When a person’s written asthma action plan is based on peak expiratory flow, instructions should be based on personal best, rather than predicted values. Personal best can be determined as the highest reading over the previous 2 weeks. When a person begins high-dose inhaled corticosteroid treatment, personal best peak expiratory flow reaches a plateau within a few weeks with twice daily monitoring.30

'Wheeze-detecting' devices

Some hand-held devices and smart phone applications are marketed for detecting and measuring wheeze by audio recording and analysis.

There is not enough evidence to recommend these devices and apps for use in monitoring asthma symptoms or asthma control in adults or children, or in distinguishing wheeze from other airway sounds in children.

  • Over-reliance on these devices could result in over- or under-treatment.
Psychosocial factors affecting asthma self-management

Psychosocial factors can affect asthma symptoms and outcomes in children and adults. These can include biological, individual, family and community-level factors, which can have synergistic effects in an individual with asthma.31 Mechanisms may include effects of stress on the immune system31 and effects of life circumstances on patients’ and families’ ability to manage asthma.

Relationships between psychosocial and cultural factors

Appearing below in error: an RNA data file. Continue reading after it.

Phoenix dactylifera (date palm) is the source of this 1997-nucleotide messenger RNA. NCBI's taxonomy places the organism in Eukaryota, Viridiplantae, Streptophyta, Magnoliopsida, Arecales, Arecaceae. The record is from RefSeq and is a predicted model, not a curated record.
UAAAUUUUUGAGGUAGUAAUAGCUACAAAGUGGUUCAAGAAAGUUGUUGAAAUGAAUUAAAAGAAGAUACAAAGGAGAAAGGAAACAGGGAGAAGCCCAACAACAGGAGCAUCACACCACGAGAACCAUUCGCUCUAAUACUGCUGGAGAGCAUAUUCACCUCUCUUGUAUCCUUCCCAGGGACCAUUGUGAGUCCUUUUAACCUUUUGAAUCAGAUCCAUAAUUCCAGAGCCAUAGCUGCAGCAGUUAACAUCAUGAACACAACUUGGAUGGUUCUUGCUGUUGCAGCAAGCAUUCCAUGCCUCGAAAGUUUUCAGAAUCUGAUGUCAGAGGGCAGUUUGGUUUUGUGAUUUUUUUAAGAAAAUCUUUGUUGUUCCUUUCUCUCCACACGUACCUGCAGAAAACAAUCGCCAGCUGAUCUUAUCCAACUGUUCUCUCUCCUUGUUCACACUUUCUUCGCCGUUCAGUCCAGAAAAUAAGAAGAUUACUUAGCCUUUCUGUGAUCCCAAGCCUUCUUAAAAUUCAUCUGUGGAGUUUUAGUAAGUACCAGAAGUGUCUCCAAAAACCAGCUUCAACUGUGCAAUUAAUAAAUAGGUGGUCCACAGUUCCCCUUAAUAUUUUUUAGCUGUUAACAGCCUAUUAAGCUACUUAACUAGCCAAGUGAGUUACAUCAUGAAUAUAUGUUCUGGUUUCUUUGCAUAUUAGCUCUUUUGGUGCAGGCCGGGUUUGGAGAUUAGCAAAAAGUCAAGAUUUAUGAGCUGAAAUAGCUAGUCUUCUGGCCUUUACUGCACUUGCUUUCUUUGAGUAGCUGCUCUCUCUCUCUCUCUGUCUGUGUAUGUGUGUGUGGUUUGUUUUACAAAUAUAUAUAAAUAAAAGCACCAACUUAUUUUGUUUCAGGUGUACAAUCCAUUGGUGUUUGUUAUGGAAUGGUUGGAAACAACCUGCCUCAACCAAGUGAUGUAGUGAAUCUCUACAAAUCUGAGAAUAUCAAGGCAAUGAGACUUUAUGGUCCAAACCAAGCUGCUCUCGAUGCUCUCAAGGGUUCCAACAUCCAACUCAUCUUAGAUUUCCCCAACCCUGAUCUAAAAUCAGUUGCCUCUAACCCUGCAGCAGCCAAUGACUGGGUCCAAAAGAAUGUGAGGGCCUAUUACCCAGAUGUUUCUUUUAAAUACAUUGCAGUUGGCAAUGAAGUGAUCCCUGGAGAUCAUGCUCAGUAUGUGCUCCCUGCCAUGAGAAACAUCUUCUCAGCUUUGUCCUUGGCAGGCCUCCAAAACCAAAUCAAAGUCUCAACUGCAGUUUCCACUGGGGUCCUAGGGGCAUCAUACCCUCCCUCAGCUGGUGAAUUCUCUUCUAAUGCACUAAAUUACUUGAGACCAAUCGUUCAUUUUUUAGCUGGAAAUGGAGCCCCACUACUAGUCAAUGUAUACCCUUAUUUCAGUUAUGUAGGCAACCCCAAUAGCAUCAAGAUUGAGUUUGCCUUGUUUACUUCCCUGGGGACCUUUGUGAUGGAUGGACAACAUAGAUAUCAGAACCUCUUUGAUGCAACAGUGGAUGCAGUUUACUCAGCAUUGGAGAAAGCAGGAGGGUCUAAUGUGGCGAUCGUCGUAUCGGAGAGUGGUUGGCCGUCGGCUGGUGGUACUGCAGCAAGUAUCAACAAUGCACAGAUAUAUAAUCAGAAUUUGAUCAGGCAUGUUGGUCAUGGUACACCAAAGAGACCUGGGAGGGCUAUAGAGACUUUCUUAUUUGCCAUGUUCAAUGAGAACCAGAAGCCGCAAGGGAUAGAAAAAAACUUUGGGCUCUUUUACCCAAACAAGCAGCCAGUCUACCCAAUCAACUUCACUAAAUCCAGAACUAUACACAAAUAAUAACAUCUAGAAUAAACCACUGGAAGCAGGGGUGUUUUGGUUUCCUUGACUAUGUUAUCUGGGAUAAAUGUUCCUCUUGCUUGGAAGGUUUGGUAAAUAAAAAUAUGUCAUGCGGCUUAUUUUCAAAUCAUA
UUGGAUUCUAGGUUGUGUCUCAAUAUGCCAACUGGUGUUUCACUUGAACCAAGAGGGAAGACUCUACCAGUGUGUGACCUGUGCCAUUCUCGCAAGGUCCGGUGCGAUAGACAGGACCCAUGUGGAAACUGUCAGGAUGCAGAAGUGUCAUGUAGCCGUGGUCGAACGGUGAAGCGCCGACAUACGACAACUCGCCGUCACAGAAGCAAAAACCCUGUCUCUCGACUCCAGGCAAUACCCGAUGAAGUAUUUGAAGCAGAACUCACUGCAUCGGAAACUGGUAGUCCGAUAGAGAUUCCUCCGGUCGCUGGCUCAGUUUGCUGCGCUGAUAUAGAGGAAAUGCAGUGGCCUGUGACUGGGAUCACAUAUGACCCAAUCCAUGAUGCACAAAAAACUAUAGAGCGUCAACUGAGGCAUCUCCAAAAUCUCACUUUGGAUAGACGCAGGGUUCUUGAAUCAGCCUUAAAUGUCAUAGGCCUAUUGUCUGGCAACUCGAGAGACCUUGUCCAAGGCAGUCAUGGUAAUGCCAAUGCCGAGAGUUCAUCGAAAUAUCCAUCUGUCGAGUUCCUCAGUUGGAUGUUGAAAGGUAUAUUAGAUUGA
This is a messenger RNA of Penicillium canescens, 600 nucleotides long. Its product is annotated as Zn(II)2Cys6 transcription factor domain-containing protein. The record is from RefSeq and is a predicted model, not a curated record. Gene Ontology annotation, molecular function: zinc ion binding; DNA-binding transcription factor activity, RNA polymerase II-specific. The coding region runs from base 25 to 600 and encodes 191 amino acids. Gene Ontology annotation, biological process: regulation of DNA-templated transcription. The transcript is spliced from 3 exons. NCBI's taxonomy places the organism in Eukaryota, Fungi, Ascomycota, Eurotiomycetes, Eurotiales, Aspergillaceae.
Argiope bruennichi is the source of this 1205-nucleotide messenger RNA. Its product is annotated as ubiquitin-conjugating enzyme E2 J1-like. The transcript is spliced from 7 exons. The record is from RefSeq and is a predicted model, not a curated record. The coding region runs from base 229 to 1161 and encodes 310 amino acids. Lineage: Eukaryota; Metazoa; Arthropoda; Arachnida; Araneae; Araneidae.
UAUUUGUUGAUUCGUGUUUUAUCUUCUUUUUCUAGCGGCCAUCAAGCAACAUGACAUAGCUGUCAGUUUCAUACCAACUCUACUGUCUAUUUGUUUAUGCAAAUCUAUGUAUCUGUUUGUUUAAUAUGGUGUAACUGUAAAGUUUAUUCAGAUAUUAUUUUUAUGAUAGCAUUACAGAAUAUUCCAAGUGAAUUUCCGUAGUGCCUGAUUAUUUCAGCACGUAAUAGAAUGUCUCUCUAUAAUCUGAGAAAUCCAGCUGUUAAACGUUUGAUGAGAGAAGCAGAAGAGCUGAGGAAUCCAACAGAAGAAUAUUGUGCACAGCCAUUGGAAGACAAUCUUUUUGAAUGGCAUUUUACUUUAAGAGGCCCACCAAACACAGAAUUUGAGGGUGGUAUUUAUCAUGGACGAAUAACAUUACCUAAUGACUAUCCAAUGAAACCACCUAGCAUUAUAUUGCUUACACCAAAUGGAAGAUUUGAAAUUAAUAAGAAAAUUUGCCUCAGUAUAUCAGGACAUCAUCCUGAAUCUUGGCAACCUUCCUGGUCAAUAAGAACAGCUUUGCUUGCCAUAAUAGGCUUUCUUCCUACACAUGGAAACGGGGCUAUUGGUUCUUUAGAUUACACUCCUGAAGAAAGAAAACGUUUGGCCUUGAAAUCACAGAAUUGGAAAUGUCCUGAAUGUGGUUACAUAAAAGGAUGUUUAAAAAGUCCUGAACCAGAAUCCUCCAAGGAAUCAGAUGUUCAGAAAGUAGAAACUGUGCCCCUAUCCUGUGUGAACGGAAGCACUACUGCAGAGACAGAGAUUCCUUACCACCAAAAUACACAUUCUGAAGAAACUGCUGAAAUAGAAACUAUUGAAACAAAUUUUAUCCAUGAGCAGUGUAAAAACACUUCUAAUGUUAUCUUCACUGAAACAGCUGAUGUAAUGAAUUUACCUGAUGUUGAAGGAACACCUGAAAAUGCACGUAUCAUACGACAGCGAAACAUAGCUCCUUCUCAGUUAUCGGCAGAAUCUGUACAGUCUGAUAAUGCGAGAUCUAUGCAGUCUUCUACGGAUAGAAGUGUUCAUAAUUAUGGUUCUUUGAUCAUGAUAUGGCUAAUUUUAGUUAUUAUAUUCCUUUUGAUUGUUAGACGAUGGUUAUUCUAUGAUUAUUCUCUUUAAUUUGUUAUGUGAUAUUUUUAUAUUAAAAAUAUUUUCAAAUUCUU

Important influences on asthma outcomes include the person’s asthma knowledge and beliefs, confidence in ability to self-manage, perceived barriers to healthcare, socioeconomic status, and healthcare system navigation skills, and by the quality of interaction and communication between patient and healthcare provider.32 There is a complex interrelationship between:32

  • patient factors (e.g. health literacy, health beliefs, ethnicity, educational level, social support, cultural beliefs, comorbidities, mental health)
  • healthcare provider factors (e.g. communication skills, teaching abilities, available time, educational resources and skills in working with people from different backgrounds)
  • healthcare system factors (e.g. the complexity of the system, the healthcare delivery model, the degree to which the system is oriented towards chronic disease management or acute care, and the degree to which the system is sensitive to sociocultural needs).

Health literacy

‘Health literacy’ refers to the individual’s capacity to obtain, process, and understand basic health information and services they need to make appropriate health decisions.33 A person’s level of health literacy is influenced by various factors including skills in reading, writing, numeracy, speaking, listening, cultural and conceptual knowledge.32